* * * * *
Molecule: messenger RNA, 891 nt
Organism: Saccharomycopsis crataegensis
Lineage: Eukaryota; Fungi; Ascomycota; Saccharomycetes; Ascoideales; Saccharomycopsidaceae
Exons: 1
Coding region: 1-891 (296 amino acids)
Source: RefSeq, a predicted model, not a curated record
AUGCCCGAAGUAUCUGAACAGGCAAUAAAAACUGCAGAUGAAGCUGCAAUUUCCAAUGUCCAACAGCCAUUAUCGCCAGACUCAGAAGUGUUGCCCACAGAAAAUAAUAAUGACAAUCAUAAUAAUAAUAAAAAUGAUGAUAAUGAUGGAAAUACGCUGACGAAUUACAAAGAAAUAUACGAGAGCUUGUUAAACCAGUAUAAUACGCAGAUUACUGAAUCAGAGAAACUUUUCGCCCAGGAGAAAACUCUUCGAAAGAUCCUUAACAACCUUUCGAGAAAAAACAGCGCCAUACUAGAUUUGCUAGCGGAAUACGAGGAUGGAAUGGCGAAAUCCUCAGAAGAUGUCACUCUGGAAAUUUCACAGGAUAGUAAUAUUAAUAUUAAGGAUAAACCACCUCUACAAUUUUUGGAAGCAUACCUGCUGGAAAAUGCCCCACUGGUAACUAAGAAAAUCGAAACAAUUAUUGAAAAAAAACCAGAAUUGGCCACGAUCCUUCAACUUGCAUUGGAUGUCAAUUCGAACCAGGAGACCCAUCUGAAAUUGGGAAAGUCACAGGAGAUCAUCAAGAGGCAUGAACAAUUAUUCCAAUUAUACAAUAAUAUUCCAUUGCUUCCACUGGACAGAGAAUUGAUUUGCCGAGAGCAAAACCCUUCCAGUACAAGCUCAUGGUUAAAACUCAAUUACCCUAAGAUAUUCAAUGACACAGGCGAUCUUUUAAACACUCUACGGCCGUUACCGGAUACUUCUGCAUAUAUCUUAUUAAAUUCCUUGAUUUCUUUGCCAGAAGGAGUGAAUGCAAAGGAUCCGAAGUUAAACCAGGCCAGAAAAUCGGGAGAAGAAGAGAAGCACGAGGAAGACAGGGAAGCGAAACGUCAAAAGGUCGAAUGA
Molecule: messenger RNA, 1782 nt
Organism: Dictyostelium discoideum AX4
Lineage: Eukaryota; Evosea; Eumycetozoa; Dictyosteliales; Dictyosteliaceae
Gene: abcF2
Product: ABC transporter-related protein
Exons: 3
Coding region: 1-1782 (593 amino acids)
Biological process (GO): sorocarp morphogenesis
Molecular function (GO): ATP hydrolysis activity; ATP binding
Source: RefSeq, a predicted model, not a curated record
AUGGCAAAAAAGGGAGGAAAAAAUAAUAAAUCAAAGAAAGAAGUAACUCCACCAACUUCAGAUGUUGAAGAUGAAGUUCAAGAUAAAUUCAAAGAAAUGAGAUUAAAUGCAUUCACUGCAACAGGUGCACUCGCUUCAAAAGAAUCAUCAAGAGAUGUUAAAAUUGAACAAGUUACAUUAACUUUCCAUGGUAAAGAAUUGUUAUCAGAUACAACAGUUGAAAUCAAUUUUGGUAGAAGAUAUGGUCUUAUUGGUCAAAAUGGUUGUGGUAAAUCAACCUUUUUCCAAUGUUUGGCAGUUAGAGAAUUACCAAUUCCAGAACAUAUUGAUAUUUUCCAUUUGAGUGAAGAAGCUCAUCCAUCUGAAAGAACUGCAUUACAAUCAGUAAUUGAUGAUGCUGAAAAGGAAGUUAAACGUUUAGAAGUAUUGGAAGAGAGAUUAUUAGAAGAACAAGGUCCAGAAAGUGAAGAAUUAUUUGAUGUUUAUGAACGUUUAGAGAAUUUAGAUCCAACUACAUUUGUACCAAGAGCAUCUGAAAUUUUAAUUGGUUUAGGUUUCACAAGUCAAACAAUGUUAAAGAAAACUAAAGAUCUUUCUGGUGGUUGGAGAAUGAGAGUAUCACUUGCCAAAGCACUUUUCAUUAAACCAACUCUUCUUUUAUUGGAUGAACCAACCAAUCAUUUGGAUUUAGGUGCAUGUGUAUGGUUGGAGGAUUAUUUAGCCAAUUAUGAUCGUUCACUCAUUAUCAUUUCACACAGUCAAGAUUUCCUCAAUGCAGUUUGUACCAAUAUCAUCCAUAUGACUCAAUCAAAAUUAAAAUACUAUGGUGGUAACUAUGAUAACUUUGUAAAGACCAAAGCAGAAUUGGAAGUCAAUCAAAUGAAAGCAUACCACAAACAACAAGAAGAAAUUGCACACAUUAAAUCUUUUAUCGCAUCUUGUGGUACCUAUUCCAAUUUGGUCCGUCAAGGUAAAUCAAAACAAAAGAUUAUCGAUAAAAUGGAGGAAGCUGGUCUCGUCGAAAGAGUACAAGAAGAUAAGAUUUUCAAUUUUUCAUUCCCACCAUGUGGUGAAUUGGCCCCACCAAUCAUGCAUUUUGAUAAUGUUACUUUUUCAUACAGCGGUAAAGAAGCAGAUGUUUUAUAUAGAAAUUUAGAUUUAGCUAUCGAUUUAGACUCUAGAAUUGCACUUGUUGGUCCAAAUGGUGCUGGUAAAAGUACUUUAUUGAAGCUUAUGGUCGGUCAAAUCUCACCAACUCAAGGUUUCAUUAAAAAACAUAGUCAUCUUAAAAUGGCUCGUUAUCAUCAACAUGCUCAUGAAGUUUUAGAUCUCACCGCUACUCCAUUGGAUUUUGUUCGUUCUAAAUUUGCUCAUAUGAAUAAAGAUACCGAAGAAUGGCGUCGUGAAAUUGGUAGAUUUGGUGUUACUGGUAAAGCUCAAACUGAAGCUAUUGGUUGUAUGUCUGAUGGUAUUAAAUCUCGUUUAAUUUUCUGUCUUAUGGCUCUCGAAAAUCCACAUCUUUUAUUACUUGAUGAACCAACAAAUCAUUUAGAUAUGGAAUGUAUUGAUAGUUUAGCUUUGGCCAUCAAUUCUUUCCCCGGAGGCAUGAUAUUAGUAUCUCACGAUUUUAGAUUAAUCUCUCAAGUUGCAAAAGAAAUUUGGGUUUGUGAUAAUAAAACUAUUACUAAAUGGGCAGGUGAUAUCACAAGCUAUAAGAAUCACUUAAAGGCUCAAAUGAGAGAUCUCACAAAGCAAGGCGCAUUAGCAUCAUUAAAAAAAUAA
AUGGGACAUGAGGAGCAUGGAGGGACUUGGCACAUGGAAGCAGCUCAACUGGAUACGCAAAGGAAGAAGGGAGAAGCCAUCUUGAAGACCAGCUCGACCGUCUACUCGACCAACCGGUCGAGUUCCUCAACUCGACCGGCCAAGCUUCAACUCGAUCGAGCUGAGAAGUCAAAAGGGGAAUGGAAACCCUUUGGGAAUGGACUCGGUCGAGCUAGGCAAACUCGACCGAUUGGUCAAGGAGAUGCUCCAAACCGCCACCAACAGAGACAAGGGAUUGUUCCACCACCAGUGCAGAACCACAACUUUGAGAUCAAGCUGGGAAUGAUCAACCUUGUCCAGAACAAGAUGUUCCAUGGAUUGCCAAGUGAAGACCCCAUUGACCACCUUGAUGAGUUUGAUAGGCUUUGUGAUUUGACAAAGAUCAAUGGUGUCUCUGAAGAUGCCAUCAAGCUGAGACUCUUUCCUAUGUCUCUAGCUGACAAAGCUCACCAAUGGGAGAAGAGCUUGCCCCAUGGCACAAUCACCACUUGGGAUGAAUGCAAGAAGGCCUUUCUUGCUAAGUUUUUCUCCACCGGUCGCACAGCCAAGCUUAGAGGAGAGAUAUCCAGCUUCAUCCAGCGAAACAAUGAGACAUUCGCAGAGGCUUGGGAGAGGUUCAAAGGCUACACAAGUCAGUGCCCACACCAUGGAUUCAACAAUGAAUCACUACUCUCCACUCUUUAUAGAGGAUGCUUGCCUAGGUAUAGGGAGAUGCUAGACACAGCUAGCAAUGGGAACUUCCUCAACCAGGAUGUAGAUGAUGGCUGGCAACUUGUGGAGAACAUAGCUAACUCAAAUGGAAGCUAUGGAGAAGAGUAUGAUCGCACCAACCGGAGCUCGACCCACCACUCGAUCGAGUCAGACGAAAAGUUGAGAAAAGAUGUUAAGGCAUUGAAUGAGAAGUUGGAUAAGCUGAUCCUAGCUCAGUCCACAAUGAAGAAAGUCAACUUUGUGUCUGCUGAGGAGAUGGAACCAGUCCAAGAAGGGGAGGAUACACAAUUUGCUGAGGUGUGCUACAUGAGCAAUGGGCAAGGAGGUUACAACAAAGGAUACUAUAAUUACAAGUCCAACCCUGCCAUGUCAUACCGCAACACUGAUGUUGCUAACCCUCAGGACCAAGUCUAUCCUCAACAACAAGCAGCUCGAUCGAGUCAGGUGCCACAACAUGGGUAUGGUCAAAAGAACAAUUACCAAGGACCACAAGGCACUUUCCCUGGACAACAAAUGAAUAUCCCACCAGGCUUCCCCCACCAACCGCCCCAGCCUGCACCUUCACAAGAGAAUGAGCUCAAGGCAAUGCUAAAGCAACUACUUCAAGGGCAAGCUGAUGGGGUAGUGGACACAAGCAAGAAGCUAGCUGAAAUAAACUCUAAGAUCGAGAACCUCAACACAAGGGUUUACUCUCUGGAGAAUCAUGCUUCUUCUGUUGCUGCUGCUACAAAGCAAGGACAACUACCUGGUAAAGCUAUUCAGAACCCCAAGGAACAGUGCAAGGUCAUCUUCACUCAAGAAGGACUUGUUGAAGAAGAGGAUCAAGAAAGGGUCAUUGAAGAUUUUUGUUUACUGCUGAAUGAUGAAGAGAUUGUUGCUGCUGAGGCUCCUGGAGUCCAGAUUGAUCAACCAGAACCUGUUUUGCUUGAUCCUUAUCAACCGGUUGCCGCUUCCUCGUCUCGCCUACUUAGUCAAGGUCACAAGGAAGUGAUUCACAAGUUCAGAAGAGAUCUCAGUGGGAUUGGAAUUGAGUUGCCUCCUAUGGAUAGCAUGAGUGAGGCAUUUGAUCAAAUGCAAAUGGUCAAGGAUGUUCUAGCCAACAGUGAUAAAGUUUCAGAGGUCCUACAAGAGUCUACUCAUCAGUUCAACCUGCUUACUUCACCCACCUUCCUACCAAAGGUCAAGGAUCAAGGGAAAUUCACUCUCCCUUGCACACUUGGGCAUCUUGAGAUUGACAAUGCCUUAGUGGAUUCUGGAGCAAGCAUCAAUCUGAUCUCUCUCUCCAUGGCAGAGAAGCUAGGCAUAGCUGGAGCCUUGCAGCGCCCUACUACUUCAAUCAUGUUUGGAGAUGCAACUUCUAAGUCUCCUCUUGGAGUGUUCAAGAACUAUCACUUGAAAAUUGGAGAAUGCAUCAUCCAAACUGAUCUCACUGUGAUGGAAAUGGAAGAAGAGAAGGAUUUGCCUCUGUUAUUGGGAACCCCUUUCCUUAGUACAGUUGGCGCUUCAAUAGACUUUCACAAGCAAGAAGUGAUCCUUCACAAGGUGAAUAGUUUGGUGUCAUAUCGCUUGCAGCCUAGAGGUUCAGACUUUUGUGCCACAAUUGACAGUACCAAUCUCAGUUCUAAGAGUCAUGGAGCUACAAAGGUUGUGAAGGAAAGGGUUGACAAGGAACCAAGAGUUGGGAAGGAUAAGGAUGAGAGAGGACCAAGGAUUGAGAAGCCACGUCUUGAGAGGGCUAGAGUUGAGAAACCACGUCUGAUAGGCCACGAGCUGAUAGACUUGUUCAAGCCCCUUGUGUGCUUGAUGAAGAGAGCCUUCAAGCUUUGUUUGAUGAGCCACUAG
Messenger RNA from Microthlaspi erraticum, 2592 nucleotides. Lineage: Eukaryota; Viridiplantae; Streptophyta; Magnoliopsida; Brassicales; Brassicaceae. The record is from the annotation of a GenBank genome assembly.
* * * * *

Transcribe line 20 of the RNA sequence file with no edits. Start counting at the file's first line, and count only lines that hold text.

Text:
Messenger RNA from Microthlaspi erraticum, 2592 nucleotides. Lineage: Eukaryota; Viridiplantae; Streptophyta; Magnoliopsida; Brassicales; Brassicaceae. The record is from the annotation of a GenBank genome assembly.